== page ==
A number of years ago I had the pleasure of speaking with archeaologist Bryan Fagan for an hour or so before a presentation he gave at a conference. Dr. Fagan is a modern-day Indiana Jones, who has been all over the world studying ancient ruins. Dr. Fagan expressed his career as “50 years of studying drainage ditches,” but with studying drainage ditches he could provide you with the rise and fall of civilizations through history. His book Elixir outlines a number of these civilizations: Egyptian, Babylonia, Southeast Asia, and even the American West. His findings were that the civilization expended as far as infrastructure could be constructed to allow water to flow to where it was needed, whether that was Alexandria or Ur. Later civilizations expanded and developed as technology allowed water to flow further. Rome demonstrated that water could be moved with more than ditches, which would have been a severe limitation for Rome and other civilizations based in dry areas with topography. The Romans constructed extensive tunnels and aqueducts to supply Rome with water from mountains to the east and north. A recent article noted that we probably know about 20% of the Roman tunnel system as we keep discovering more of it each year – tunnels lost in the Dark Ages after the fall of Rome. Dr. Fagan notes that it was access to water that allowed human civilizations to develop and evolve. It is why a number of engineering organizations like Water for People and Engineers Without Borders focus their efforts on providing access to clean water to people in Third World countries. It is their only way to get to the modern world. All other infrastructure: roads, major buildings, etc., result from the access to clean water that allows people to be healthy and productive.
So if civilization rises and falls with access to water, why is it so hard to get public officials to fund water supply and rehabilitation projects? We talk of an infrastructure crisis in the United States because our average water and sewer infrastructure systems are working on 50 years old and deterioration is evident. We have many mid-western communities with water, but no customers to pay for deteriorating infrastructure (Detroit), and southeastern utilities that have lost factories that supported the bulk of their utility, and insufficient growth in the customer base to deal with operations and maintenance. As a result, outages and breaks occur more frequently, costing more money to repair, but under the auspices of maintaining rates, the revenues do not increase to support the needed repairs.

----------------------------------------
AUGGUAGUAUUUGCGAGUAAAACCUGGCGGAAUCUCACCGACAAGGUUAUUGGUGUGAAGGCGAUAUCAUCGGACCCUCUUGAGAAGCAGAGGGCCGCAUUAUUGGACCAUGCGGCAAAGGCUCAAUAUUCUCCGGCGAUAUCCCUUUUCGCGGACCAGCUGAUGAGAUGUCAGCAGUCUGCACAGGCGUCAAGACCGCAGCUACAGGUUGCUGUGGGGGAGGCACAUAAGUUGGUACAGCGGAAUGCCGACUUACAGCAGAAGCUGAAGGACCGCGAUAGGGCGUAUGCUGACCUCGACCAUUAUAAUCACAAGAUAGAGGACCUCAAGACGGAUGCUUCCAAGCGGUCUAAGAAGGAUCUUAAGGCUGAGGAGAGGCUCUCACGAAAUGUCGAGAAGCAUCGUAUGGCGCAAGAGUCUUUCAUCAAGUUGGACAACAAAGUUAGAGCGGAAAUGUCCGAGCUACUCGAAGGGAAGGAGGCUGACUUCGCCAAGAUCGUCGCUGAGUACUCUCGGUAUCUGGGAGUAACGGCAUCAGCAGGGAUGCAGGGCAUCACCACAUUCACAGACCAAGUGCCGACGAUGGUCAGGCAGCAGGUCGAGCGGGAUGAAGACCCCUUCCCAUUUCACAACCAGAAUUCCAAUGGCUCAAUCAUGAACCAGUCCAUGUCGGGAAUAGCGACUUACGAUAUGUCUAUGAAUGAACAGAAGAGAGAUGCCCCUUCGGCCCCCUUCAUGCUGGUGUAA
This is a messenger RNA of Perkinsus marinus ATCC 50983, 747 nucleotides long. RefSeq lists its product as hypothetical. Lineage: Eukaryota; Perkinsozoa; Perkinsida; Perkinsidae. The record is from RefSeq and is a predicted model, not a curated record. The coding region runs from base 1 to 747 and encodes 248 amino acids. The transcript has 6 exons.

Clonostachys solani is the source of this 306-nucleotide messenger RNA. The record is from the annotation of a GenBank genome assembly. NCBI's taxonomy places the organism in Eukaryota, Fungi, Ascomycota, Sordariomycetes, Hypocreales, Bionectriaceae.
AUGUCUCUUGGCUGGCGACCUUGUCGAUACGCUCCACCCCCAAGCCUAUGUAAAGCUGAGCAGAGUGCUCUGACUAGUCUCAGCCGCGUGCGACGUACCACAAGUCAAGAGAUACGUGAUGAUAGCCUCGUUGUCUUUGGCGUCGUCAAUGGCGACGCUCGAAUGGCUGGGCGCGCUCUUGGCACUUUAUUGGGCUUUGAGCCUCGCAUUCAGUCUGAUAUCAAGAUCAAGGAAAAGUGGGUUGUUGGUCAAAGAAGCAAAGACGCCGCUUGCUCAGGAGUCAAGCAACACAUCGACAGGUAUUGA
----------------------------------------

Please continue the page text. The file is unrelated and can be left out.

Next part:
At least the southeast has surface supplies, albeit perhaps limited, which constrains growth (Atlanta), but our fastest growth often occurs in areas we know have limited precipitation, like a lot of the American West. Yet somehow we expect groundwater sources that do not recharge locally, to sustain the community indefinitely without disruption – ignoring the fact that history tells us communities cease to function when water supplies are exhausted. USGS identified many areas that have long-term permanent declines in aquifers as a result of pumpage for agricultural and community uses. No one raises the question about the aquifer levels – permits get issued, but little data is gathered and very limited plans are available in most places to deal with the declines. And no one raises a question about aquifer levels because stopping growth to deal with water supplies is not in conformance with the desire to grow, which is required to support additional services demanded by the community.
No one questions how to secure the water either, much of which has been “created” by federal tax dollars spend over 50 years ago during the era of great dam building (1920-1960). However, as these systems and populations age, the concern about costs will continue to engender discussion. And hand wringing. Water costs money. Water creates civilization and sustains it. When we take it for granted, it becomes all too easy to fall behind the proverbial “eight-ball,” and the system crashes. It is a testament to the utility personnel – the managers, engineers and operators – that these systems continue to operate as they do. But bailing wire and duct tape only go so far. We need to develop a frank discussion about the need to infuse funds – local, federal, state and private – into addressing our infrastructure needs. The dialog needs to commence sooner, as opposed to after failure.